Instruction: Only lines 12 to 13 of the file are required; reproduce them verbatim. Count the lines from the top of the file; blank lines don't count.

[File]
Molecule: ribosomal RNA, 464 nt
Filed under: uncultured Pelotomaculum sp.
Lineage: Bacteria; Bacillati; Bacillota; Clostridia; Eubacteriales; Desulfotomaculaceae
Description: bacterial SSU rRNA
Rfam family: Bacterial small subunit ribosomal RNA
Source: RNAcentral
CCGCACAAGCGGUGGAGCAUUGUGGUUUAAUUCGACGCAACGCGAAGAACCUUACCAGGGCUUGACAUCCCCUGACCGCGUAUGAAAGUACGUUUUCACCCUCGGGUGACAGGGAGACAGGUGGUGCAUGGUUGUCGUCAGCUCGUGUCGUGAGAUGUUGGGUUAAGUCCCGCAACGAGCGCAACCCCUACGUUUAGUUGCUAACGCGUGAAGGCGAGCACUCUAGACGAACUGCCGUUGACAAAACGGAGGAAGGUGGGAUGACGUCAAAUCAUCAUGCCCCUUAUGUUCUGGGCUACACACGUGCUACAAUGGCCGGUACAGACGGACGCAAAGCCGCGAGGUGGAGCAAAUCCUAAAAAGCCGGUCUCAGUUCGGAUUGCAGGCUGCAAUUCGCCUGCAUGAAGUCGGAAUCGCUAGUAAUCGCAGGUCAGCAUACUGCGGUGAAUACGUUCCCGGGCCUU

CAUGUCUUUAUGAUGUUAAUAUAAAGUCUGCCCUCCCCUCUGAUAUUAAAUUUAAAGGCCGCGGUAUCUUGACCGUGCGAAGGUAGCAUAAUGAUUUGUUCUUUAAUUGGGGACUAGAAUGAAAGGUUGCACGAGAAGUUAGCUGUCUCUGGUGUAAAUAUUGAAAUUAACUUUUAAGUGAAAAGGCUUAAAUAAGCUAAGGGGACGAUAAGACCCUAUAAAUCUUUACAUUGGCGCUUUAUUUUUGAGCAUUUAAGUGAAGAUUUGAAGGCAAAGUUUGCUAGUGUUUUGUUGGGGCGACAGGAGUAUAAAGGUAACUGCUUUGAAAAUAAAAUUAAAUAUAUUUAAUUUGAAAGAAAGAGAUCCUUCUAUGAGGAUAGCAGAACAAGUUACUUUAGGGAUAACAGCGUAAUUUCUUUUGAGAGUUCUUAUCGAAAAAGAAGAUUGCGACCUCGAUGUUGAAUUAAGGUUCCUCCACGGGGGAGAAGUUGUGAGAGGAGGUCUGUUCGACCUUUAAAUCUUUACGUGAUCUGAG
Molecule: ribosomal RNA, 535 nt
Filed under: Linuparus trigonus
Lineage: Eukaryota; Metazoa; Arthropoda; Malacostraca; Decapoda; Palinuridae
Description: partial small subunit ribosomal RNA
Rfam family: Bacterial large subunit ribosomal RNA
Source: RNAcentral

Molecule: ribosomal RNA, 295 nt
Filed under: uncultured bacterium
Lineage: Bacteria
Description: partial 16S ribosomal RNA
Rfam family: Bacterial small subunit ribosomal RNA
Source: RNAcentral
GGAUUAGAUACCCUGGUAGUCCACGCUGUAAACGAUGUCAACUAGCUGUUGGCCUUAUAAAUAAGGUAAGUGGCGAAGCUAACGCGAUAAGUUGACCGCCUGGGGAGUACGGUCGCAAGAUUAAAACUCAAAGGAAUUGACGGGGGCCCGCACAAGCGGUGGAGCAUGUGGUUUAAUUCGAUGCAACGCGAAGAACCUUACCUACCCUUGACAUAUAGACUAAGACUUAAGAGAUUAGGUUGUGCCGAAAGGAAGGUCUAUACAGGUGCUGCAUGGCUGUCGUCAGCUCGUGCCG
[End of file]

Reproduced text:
Description: partial small subunit ribosomal RNA
Rfam family: Bacterial large subunit ribosomal RNA